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The secret of an essential cell signaling pathway has finally been revealed


A membrane receptor is like a lock, a ligand is like a key and when one binds to the other, cell activity is triggered. Although this relatively simple pattern often works, a team at Institut Curie has just revealed in Nature Cell Biology that it is not always as simple as that: for the JAK-STAT signaling pathway, vital in several pathologies, it all happens in the endosome.

Image d'endosomes

Fifteen or so years ago, Christophe Lamaze, head of the Membrane mechanics and dynamics of intracellular signaling team (CNRS UMR3666 / Inserm U1143) at Institut Curie, decided to do an in-depth study of the interferon receptor (IFNAR) and the JAK-STAT signaling pathway:

Interferons and this pathway are essential in several pathologies, including cancer and autoimmune or viral diseases, outlines the researcher. It thus interested immunologists, not cell biologists.

The subject presented a true challenge, however: there are 17 interferons capable of inducing various cell responses... by all binding to the same receptor. “How can different keys going into the same lock lead different ways?”

Most scientists who researched the response concentrated on the cell membrane, but Christophe Lamaze had a different idea: look inside the cell. By studying the EGF (epidermal growth factor) receptor, he had previously demonstrated that a ligand binding to a cell receptor is not always enough to activate a signaling pathway. Sometimes molecules need to enter the endosome, a membrane compartment inside the cell.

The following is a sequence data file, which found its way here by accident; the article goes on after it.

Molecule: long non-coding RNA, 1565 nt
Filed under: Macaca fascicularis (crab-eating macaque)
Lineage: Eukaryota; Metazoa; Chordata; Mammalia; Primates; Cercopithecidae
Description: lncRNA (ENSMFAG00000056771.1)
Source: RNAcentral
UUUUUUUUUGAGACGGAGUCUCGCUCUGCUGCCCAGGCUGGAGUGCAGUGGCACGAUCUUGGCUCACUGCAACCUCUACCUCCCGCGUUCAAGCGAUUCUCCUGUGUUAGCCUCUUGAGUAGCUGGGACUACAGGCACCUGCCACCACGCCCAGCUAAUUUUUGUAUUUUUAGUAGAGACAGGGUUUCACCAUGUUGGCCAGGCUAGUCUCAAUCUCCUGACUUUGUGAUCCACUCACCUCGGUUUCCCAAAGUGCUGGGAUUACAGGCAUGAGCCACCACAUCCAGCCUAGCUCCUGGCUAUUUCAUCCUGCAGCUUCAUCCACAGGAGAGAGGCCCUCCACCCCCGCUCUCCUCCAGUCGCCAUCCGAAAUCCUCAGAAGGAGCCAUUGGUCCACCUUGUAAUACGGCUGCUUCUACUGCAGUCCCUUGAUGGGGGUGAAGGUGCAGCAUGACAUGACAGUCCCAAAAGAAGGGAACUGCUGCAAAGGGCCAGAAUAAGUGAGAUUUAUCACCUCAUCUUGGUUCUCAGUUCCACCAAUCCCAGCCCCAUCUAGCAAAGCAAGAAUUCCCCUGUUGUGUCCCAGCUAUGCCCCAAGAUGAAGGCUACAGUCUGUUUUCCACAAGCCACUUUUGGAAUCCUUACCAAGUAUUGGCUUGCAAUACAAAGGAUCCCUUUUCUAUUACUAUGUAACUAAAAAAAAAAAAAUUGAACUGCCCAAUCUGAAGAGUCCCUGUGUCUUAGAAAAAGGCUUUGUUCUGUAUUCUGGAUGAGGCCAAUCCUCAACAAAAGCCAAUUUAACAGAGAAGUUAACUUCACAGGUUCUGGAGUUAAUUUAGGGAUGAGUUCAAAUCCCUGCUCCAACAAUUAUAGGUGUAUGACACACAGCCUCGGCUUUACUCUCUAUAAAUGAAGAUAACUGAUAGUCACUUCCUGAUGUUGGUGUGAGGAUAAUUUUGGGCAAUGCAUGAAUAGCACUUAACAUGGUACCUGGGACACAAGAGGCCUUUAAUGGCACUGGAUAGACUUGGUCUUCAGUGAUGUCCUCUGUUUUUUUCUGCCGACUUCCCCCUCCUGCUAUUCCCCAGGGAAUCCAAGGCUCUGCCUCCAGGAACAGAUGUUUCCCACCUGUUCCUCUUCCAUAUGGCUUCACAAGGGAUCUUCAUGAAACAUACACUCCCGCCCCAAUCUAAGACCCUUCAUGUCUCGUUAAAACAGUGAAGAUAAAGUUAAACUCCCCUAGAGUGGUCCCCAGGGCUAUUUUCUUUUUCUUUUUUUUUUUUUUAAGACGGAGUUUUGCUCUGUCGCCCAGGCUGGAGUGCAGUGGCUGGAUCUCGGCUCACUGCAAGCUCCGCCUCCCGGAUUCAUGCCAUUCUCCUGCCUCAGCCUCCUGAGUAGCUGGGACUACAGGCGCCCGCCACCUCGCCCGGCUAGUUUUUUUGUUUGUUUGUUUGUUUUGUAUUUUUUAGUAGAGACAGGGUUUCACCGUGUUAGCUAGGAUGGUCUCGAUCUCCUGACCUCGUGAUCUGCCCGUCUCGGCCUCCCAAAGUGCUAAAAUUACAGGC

Inhibition is suspended in the cell

Using sophisticated imaging techniques, such as high-resolution confocal fluorescence microscopy and FLIM-FRET microscopy, Christophe Lamaze and Cédric Blouin, team researcher, along with their colleagues at Inserm and universities in Osnabrück (Germany) and Liverpool (United Kingdom), revealed that even then, it all happens in the endosome.

In the cell membrane, IFNAR bound to an enzyme (in this case, TYK2) is combined with the STAM protein, which renders it inactive. When interferon alpha binds to it, the receptor, its enzyme and STAM enter a specific area of the endosome. Another protein, called Hrs, then attracts the STAM protein to itself, thus suspending receptor inhibition. This can then activate TYK2, thus triggering the JAK-STAT signaling pathway.

Conversely, when interferon beta binds to IFNAR, it does not go into the same area of the endosome, and activation of the JAK-STAT pathway thus does not depend on the same mechanism. These results have just been published in Nature Cell Biology.

Our work involved IFNAR bound to TYK2 but there are three other enzymes in the JAK family that respond to other cytokines or interleukins and which could follow the same process. For example, in cancer, these signaling pathways are often hyper-activated. Molecules which work inside the cell could be an interesting therapeutic target to reduce their activity.

believes Christophe Lamaze.

Reference : Zanin, N., Viaris de Lesegno, C., Podkalicka, J. et al. STAM and Hrs interact sequentially with IFN-α Receptor to control spatiotemporal JAK–STAT endosomal activation. Nat Cell Biol (2023).

Vieira, A.V., C. Lamaze, and S.L. Schmid. 1996. Control of EGF receptor signaling by clathrin-mediated endocytosis. Science. 274:2086-2089. doi: 10.1126/science.274.5295.2086.